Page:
Reduce Recycle & Reuse

Over the course of the last decade, environmentalism has become a growing concern in the lives of everyday people. Along with that, terms like "reduce, reuse, recycle" have become a recognizable part of our daily vocabulary. Luckily, now almost everyone identifies recycling as a significant value and priority. But what does the phrase "reduce, reuse, recycle" really mean?


The EPA'S RESOURCE gives some helpful explanations. "Reduce" refers to the need to do more with less. For instance, you might come to the conclusion that your family can actually function with only one car and use public transportation the rest of the time. Or you might skip a generation or two before updating your smartphone, recognizing that the model between will ultimately become one more piece of ewaste in a landfill somewhere. By making strategic choices, you can reduce what you personally consume and therefore decrease your load on the environment.


"Reuse" allows us to rely on the same products or tools multiple times rather then disposing of them when we're done. Why is it necessary for us to buy our food, beverages, and consumer products in disposable packages? Why do we so often use paper plates and plastic forks? Instead, we can get just as much done with reusable solutions. In most cases, effective reusing requires you to plan ahead. You might use a glass milk jug and get organic dairy products directly from a farmer, avoiding unnecessary waste and also enjoying high-quality food in the process. Instead of buying bottled water for work, you might find yourself a reusable water bottle and fill it yourself every day from a home filter!


Of course, "recycle" is a much more familiar term, but do we really know what this word means, either? Even for products that cannot be reused, recycling reprocesses them into a form that is reusable. Every year, recycling keeps millions of tons of unneeded waste out of landfills.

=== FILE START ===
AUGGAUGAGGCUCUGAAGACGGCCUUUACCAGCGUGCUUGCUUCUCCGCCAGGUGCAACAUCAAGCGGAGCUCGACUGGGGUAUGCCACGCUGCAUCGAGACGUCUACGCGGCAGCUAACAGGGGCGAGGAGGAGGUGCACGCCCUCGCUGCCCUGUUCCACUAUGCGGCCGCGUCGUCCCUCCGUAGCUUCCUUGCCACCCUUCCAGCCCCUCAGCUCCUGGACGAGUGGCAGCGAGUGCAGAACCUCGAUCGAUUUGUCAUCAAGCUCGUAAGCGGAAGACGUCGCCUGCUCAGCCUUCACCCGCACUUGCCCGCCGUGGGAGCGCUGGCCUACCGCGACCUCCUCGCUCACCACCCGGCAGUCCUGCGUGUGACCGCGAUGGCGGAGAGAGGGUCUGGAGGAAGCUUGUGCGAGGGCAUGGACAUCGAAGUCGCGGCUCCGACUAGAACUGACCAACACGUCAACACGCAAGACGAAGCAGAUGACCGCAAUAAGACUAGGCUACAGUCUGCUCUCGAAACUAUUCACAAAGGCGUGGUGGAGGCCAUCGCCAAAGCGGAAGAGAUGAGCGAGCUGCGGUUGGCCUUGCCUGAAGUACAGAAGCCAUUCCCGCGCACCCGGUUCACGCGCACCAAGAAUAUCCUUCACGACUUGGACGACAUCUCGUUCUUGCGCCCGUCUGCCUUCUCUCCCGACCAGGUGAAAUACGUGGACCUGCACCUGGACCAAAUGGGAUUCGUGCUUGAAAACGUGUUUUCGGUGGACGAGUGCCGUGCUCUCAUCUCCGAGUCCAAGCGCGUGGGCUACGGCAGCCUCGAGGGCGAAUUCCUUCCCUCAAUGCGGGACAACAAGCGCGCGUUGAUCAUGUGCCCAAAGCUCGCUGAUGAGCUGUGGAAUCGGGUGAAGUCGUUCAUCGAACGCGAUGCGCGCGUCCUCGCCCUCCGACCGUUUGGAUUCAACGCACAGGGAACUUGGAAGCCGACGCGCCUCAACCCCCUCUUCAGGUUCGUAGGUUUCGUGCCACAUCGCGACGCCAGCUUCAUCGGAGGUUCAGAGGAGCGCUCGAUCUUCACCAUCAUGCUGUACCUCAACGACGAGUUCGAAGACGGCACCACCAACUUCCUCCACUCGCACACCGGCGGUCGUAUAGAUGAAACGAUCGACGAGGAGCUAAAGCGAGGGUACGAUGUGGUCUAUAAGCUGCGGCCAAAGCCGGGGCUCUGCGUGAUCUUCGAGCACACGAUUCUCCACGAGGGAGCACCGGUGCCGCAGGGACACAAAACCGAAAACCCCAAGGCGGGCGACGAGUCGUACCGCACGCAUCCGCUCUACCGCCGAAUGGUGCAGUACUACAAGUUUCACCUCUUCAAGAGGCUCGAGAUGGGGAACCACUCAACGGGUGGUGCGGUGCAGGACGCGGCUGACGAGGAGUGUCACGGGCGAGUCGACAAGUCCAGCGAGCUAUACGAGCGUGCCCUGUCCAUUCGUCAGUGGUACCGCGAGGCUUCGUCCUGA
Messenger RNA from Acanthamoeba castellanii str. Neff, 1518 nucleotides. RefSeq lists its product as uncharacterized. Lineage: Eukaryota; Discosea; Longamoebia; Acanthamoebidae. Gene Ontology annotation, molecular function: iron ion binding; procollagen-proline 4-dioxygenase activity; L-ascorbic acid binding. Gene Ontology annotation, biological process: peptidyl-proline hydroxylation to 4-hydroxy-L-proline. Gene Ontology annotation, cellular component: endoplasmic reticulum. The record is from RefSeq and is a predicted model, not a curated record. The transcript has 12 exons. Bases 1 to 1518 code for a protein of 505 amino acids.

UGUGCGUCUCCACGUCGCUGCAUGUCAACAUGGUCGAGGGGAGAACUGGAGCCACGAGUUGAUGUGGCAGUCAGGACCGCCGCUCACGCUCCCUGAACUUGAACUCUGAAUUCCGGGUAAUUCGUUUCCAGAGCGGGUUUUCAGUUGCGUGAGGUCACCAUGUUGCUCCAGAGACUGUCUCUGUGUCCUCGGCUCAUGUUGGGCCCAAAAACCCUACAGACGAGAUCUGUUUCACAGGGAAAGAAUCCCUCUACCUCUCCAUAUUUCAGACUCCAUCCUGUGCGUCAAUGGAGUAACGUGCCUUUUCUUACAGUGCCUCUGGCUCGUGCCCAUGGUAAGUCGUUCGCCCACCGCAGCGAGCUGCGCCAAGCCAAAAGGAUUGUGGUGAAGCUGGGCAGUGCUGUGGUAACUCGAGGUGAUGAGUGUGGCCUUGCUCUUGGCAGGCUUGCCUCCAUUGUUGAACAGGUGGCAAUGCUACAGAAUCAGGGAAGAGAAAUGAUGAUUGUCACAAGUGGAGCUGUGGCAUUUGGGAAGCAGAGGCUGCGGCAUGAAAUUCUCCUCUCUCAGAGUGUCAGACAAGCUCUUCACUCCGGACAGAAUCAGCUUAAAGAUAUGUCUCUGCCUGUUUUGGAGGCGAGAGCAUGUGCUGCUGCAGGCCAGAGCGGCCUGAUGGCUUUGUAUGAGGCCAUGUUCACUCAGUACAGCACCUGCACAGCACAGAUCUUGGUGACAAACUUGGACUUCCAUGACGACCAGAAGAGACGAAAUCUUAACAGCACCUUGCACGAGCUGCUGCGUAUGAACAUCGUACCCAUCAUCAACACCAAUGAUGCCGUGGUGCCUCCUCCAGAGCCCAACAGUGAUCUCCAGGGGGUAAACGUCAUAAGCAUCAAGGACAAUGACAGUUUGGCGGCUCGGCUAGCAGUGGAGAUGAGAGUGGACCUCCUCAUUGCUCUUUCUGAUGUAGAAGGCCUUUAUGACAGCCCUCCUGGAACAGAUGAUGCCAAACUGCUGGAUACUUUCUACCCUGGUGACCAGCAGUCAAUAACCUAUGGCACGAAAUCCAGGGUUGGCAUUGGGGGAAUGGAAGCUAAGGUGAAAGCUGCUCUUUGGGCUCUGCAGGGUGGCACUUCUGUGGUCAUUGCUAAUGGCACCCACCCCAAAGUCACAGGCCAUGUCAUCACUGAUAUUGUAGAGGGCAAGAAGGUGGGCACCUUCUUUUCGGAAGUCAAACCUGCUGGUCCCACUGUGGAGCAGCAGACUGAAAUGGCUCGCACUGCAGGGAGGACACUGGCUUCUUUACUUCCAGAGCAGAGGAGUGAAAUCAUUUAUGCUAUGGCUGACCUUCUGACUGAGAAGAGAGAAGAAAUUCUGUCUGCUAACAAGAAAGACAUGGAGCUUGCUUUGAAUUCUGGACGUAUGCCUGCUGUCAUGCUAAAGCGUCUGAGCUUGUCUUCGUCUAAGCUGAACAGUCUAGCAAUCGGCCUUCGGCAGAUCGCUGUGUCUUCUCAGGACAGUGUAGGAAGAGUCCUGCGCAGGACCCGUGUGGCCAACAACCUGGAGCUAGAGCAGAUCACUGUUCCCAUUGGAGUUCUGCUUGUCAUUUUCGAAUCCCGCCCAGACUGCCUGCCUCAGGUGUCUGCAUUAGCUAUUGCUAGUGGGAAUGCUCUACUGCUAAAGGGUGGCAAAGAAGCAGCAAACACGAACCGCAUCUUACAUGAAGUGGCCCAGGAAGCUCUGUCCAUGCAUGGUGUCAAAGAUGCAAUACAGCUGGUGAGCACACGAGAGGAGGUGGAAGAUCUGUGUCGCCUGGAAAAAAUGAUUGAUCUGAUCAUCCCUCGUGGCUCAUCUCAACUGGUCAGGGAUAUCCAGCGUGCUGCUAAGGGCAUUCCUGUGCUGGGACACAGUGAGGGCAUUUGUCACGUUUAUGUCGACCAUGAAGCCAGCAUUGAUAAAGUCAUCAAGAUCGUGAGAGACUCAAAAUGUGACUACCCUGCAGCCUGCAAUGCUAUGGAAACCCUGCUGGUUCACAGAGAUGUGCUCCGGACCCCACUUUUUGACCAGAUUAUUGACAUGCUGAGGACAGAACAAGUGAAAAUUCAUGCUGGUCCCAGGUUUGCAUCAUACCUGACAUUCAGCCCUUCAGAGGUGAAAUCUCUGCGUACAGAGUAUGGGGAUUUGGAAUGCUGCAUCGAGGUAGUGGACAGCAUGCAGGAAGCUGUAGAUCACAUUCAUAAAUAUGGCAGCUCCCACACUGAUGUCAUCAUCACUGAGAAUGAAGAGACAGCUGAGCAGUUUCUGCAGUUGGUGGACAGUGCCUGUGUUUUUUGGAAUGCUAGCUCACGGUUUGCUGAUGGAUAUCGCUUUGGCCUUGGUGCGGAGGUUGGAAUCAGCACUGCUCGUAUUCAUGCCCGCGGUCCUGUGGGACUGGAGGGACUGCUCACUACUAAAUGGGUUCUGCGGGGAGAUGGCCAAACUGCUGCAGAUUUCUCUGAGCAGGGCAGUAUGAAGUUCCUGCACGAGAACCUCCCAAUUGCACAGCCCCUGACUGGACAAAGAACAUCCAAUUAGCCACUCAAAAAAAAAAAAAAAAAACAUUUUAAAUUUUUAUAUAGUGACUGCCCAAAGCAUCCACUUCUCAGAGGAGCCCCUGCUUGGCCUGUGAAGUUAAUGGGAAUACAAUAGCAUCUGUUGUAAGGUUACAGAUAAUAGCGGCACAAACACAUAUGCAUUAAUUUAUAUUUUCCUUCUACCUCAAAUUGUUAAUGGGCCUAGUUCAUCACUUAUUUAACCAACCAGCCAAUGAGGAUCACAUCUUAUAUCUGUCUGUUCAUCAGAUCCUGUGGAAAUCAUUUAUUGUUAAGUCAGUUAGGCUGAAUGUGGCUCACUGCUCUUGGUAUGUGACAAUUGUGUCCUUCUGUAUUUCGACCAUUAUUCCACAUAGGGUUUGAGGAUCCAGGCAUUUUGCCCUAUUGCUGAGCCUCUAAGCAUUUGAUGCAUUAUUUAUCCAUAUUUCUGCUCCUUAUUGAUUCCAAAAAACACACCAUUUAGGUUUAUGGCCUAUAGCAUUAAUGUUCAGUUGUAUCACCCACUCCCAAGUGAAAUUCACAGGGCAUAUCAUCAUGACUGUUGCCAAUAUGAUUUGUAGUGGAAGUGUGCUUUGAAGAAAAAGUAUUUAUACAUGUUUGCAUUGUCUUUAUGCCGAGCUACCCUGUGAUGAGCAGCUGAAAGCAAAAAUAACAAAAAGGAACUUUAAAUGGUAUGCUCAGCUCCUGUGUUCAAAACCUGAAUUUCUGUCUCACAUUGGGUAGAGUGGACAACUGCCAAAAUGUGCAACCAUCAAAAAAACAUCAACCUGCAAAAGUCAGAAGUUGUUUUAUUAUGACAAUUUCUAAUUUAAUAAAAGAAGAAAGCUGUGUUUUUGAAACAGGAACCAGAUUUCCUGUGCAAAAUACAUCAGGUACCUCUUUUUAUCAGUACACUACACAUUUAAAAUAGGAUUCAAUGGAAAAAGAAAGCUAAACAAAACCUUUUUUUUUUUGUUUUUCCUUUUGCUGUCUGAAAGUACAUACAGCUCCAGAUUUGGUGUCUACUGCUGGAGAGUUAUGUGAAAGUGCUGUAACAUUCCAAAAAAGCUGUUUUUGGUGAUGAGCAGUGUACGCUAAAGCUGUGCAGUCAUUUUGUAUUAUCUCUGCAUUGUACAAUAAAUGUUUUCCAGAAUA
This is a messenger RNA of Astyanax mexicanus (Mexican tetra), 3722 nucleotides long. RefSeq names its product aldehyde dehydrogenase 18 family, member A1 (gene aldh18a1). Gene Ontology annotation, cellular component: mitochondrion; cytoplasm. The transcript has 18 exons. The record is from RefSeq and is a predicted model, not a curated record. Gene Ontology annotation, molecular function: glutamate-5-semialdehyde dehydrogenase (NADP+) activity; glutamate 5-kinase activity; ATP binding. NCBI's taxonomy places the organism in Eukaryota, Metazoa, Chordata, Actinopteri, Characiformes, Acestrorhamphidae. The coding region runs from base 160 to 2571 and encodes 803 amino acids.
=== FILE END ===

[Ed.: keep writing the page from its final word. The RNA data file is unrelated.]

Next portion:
In general, recycling gets all the attention. Most people think of recycling alone when they consider their responsibility to the environment. However, reducing and reusing are just as critical for making a difference on the environment. There is a great temptation to think that we can preserve our current lifestyles unchanged while "recycling" invisibly becomes someone else's responsibility. True change, however, requires a complete transformation of the entire consumption cycle from beginning to end.
Nowhere do these dynamics become more clear then when it comes to printing and ink cartridges. Every year, 75,000 tons of electronic waste arrive at landfills from thrown away ink cartridges alone! Unfortunately, this waste is some of the most toxic and damaging to the environment. In order to change that reality, however, all three types of action—reduce, reuse and recycle—are necessary. First, we can reduce the number of ink cartridges needed by printing less, printing in draft mode, or finding electronic alternatives that avoid printing altogether. We can reuse ink cartridges by buying only refilled or remanufactured cartridges rather than newly made ones. And finally, we should always do our part by recycling empty cartridges by returning them to the manufacturers. It is becoming increasingly easy to recycle ink cartridges, and now it even works to your advantage by saving you money!
Making a difference for the environment does require us to change the entire way that we consume goods--reducing, reusing, and recycling. Becoming environmentally conscious in how we deal with ink cartridges is just one more way to do that. The great thing about doing your part, however, is that not only does it help the environment, but it ultimately helps you.